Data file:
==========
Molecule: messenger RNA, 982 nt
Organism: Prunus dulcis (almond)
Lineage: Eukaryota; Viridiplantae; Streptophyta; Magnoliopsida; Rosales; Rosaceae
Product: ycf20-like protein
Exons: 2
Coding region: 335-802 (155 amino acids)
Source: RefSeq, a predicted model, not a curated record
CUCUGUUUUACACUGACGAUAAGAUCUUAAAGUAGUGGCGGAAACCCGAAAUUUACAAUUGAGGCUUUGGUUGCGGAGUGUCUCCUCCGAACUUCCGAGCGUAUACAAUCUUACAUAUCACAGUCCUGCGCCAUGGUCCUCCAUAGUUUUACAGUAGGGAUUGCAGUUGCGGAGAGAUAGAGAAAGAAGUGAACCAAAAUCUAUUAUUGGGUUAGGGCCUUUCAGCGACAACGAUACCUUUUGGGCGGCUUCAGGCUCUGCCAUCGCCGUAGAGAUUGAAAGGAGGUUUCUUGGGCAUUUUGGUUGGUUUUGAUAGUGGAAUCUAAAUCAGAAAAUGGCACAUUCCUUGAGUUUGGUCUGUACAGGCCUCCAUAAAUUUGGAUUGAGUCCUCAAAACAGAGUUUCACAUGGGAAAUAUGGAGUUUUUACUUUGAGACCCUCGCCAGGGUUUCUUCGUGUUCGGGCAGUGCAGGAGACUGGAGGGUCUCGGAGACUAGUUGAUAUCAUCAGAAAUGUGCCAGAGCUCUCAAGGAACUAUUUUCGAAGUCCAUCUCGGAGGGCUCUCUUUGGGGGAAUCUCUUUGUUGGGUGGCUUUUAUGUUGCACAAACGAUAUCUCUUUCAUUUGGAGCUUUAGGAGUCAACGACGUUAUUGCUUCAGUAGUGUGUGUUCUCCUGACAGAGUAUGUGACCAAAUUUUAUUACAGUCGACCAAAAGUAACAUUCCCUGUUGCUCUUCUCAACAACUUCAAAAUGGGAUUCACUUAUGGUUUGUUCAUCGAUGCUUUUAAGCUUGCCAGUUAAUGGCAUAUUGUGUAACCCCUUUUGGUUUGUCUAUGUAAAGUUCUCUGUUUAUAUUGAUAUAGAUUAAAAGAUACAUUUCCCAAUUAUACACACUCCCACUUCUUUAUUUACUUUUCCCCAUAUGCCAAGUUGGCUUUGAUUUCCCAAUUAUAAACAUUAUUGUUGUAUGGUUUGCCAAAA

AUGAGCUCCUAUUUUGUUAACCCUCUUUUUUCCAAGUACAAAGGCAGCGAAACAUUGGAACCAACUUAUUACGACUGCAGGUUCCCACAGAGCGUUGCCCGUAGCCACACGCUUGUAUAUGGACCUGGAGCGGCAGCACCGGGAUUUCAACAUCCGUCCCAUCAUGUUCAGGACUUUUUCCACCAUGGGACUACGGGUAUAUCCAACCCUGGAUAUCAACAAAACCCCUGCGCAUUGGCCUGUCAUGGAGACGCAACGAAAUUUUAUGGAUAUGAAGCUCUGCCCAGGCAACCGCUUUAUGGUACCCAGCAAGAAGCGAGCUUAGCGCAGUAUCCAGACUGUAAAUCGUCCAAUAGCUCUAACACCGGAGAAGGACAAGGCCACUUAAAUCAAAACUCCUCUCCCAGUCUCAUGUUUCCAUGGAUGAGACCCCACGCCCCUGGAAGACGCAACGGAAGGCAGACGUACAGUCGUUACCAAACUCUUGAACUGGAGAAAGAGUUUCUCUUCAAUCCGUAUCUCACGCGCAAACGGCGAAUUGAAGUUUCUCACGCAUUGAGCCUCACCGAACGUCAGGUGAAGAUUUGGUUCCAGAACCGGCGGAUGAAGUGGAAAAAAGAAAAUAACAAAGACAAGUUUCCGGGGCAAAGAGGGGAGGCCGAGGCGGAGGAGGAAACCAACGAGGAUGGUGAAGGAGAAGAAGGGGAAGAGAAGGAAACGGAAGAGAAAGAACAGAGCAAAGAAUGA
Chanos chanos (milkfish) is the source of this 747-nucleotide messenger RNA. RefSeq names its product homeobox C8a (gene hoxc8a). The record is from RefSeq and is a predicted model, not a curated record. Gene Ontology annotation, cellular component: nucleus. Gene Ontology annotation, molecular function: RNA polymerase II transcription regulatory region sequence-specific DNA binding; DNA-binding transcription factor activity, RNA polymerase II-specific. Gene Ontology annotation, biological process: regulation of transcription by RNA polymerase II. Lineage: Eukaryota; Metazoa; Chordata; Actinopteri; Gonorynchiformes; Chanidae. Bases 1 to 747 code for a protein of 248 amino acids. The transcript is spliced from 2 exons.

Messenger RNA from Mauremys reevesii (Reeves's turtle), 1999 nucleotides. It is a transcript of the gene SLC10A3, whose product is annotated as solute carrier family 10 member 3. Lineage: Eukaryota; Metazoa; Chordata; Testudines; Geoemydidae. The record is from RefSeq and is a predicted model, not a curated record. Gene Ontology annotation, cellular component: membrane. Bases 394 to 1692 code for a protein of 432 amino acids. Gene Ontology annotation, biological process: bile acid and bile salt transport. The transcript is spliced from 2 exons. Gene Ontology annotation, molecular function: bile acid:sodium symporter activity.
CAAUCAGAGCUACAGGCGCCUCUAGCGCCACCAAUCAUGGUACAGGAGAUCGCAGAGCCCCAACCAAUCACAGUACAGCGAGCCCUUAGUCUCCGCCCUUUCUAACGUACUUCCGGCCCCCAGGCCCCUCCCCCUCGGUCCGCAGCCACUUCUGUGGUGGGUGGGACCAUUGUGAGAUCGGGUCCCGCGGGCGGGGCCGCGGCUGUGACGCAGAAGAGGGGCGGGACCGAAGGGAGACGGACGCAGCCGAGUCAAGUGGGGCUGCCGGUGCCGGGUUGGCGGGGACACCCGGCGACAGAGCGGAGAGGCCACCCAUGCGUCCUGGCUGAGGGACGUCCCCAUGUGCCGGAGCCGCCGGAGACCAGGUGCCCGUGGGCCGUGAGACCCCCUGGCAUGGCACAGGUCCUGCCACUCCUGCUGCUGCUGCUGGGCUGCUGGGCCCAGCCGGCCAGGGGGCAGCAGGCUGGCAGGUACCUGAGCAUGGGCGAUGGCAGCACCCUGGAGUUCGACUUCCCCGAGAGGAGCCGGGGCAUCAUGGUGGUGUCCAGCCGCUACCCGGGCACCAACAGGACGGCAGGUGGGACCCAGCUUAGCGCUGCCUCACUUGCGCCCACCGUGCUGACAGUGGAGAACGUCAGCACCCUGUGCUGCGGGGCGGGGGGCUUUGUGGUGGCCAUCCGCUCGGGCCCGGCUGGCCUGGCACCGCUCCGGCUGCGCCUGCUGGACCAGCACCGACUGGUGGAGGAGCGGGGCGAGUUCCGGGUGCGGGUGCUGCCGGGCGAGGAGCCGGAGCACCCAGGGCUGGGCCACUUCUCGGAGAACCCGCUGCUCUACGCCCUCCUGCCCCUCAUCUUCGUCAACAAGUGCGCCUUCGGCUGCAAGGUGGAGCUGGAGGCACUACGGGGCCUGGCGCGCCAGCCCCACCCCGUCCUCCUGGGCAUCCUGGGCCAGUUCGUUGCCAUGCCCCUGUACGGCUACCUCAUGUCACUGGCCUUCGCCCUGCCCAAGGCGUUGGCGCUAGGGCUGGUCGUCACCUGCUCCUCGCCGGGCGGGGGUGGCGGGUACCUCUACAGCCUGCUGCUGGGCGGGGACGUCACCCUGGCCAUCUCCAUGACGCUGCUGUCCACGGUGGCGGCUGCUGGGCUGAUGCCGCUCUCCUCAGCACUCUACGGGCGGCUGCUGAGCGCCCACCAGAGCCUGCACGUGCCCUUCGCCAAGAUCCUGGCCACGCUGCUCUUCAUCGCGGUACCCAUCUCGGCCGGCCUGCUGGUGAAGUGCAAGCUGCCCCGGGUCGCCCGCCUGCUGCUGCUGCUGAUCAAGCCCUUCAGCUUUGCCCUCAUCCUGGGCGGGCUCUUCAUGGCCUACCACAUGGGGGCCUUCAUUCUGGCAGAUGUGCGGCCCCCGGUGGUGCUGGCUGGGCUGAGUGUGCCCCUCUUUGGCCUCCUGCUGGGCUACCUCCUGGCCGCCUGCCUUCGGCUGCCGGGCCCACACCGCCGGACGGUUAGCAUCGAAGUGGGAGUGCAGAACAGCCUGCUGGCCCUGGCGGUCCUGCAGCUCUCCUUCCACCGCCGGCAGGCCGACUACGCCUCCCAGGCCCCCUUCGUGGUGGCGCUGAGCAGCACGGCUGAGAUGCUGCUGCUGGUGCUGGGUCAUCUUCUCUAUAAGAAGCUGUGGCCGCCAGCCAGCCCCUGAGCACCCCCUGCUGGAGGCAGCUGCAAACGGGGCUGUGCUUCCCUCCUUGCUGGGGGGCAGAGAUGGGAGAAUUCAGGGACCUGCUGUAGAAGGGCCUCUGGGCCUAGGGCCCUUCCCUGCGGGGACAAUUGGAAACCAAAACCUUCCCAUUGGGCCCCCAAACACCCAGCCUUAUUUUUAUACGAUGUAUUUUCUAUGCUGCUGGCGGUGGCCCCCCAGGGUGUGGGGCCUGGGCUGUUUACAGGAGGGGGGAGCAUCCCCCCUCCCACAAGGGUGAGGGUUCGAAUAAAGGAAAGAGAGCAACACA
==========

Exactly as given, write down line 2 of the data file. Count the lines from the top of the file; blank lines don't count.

Organism: Prunus dulcis (almond)